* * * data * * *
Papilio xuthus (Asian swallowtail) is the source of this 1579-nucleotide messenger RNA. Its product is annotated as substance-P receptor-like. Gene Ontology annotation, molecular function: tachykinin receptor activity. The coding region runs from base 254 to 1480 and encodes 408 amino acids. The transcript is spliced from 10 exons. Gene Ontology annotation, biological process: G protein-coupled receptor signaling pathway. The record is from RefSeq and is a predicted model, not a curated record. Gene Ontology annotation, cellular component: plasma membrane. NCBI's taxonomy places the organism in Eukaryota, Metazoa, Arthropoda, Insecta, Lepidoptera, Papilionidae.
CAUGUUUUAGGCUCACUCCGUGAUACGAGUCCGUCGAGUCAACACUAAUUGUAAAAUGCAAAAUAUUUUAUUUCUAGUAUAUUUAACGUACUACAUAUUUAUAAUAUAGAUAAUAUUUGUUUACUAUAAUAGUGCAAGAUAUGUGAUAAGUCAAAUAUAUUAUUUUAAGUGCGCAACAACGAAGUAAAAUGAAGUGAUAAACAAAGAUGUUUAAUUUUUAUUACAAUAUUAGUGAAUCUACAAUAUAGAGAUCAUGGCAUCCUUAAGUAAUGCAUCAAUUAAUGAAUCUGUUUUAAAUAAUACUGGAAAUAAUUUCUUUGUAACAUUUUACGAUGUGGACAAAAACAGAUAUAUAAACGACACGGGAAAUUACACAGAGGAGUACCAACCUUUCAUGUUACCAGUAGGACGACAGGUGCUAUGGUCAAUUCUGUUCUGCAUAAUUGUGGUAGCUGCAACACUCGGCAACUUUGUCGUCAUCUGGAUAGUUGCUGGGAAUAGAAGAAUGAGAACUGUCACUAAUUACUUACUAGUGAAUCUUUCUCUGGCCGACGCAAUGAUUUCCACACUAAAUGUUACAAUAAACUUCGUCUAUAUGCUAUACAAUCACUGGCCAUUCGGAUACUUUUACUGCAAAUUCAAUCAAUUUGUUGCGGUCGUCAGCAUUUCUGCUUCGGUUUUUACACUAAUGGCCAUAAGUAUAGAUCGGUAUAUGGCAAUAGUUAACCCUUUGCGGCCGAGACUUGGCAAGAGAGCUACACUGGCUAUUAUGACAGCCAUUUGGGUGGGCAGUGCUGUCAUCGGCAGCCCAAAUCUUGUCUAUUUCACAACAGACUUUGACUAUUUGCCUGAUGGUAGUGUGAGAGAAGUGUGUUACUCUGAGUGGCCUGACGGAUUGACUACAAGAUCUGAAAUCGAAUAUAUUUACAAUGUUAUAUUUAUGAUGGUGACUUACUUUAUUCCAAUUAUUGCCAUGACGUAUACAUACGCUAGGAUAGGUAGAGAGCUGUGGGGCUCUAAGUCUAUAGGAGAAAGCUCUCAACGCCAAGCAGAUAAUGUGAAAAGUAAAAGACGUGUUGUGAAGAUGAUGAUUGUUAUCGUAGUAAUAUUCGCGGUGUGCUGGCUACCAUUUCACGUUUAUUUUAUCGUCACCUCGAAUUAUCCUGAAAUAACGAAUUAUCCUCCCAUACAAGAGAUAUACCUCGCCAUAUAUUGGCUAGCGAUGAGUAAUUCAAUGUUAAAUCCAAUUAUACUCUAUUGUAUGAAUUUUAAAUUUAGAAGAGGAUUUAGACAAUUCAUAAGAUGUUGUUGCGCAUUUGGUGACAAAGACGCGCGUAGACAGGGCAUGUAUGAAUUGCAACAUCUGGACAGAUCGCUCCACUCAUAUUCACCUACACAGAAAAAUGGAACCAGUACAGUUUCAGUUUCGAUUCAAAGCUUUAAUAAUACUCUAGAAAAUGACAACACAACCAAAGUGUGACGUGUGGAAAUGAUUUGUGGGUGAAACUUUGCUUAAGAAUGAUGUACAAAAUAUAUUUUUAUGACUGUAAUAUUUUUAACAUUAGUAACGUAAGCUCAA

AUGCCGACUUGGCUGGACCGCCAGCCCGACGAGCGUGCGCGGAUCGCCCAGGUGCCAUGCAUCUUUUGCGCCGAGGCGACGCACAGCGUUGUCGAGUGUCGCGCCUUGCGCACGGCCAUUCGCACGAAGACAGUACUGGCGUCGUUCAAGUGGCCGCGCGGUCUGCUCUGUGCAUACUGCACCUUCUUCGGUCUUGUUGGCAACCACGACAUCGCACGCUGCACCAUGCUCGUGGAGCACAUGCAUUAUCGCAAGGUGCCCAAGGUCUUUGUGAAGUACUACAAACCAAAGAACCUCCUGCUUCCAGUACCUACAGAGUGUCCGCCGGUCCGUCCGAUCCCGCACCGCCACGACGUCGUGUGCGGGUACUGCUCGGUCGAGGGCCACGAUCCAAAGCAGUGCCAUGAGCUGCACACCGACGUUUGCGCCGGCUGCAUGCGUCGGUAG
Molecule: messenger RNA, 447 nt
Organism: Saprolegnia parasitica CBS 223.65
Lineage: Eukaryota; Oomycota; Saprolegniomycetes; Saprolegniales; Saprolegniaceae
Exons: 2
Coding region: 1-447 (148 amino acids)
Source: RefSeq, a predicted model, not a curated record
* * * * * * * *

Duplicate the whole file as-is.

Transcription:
Papilio xuthus (Asian swallowtail) is the source of this 1579-nucleotide messenger RNA. Its product is annotated as substance-P receptor-like. Gene Ontology annotation, molecular function: tachykinin receptor activity. The coding region runs from base 254 to 1480 and encodes 408 amino acids. The transcript is spliced from 10 exons. Gene Ontology annotation, biological process: G protein-coupled receptor signaling pathway. The record is from RefSeq and is a predicted model, not a curated record. Gene Ontology annotation, cellular component: plasma membrane. NCBI's taxonomy places the organism in Eukaryota, Metazoa, Arthropoda, Insecta, Lepidoptera, Papilionidae.
CAUGUUUUAGGCUCACUCCGUGAUACGAGUCCGUCGAGUCAACACUAAUUGUAAAAUGCAAAAUAUUUUAUUUCUAGUAUAUUUAACGUACUACAUAUUUAUAAUAUAGAUAAUAUUUGUUUACUAUAAUAGUGCAAGAUAUGUGAUAAGUCAAAUAUAUUAUUUUAAGUGCGCAACAACGAAGUAAAAUGAAGUGAUAAACAAAGAUGUUUAAUUUUUAUUACAAUAUUAGUGAAUCUACAAUAUAGAGAUCAUGGCAUCCUUAAGUAAUGCAUCAAUUAAUGAAUCUGUUUUAAAUAAUACUGGAAAUAAUUUCUUUGUAACAUUUUACGAUGUGGACAAAAACAGAUAUAUAAACGACACGGGAAAUUACACAGAGGAGUACCAACCUUUCAUGUUACCAGUAGGACGACAGGUGCUAUGGUCAAUUCUGUUCUGCAUAAUUGUGGUAGCUGCAACACUCGGCAACUUUGUCGUCAUCUGGAUAGUUGCUGGGAAUAGAAGAAUGAGAACUGUCACUAAUUACUUACUAGUGAAUCUUUCUCUGGCCGACGCAAUGAUUUCCACACUAAAUGUUACAAUAAACUUCGUCUAUAUGCUAUACAAUCACUGGCCAUUCGGAUACUUUUACUGCAAAUUCAAUCAAUUUGUUGCGGUCGUCAGCAUUUCUGCUUCGGUUUUUACACUAAUGGCCAUAAGUAUAGAUCGGUAUAUGGCAAUAGUUAACCCUUUGCGGCCGAGACUUGGCAAGAGAGCUACACUGGCUAUUAUGACAGCCAUUUGGGUGGGCAGUGCUGUCAUCGGCAGCCCAAAUCUUGUCUAUUUCACAACAGACUUUGACUAUUUGCCUGAUGGUAGUGUGAGAGAAGUGUGUUACUCUGAGUGGCCUGACGGAUUGACUACAAGAUCUGAAAUCGAAUAUAUUUACAAUGUUAUAUUUAUGAUGGUGACUUACUUUAUUCCAAUUAUUGCCAUGACGUAUACAUACGCUAGGAUAGGUAGAGAGCUGUGGGGCUCUAAGUCUAUAGGAGAAAGCUCUCAACGCCAAGCAGAUAAUGUGAAAAGUAAAAGACGUGUUGUGAAGAUGAUGAUUGUUAUCGUAGUAAUAUUCGCGGUGUGCUGGCUACCAUUUCACGUUUAUUUUAUCGUCACCUCGAAUUAUCCUGAAAUAACGAAUUAUCCUCCCAUACAAGAGAUAUACCUCGCCAUAUAUUGGCUAGCGAUGAGUAAUUCAAUGUUAAAUCCAAUUAUACUCUAUUGUAUGAAUUUUAAAUUUAGAAGAGGAUUUAGACAAUUCAUAAGAUGUUGUUGCGCAUUUGGUGACAAAGACGCGCGUAGACAGGGCAUGUAUGAAUUGCAACAUCUGGACAGAUCGCUCCACUCAUAUUCACCUACACAGAAAAAUGGAACCAGUACAGUUUCAGUUUCGAUUCAAAGCUUUAAUAAUACUCUAGAAAAUGACAACACAACCAAAGUGUGACGUGUGGAAAUGAUUUGUGGGUGAAACUUUGCUUAAGAAUGAUGUACAAAAUAUAUUUUUAUGACUGUAAUAUUUUUAACAUUAGUAACGUAAGCUCAA

AUGCCGACUUGGCUGGACCGCCAGCCCGACGAGCGUGCGCGGAUCGCCCAGGUGCCAUGCAUCUUUUGCGCCGAGGCGACGCACAGCGUUGUCGAGUGUCGCGCCUUGCGCACGGCCAUUCGCACGAAGACAGUACUGGCGUCGUUCAAGUGGCCGCGCGGUCUGCUCUGUGCAUACUGCACCUUCUUCGGUCUUGUUGGCAACCACGACAUCGCACGCUGCACCAUGCUCGUGGAGCACAUGCAUUAUCGCAAGGUGCCCAAGGUCUUUGUGAAGUACUACAAACCAAAGAACCUCCUGCUUCCAGUACCUACAGAGUGUCCGCCGGUCCGUCCGAUCCCGCACCGCCACGACGUCGUGUGCGGGUACUGCUCGGUCGAGGGCCACGAUCCAAAGCAGUGCCAUGAGCUGCACACCGACGUUUGCGCCGGCUGCAUGCGUCGGUAG
Molecule: messenger RNA, 447 nt
Organism: Saprolegnia parasitica CBS 223.65
Lineage: Eukaryota; Oomycota; Saprolegniomycetes; Saprolegniales; Saprolegniaceae
Exons: 2
Coding region: 1-447 (148 amino acids)
Source: RefSeq, a predicted model, not a curated record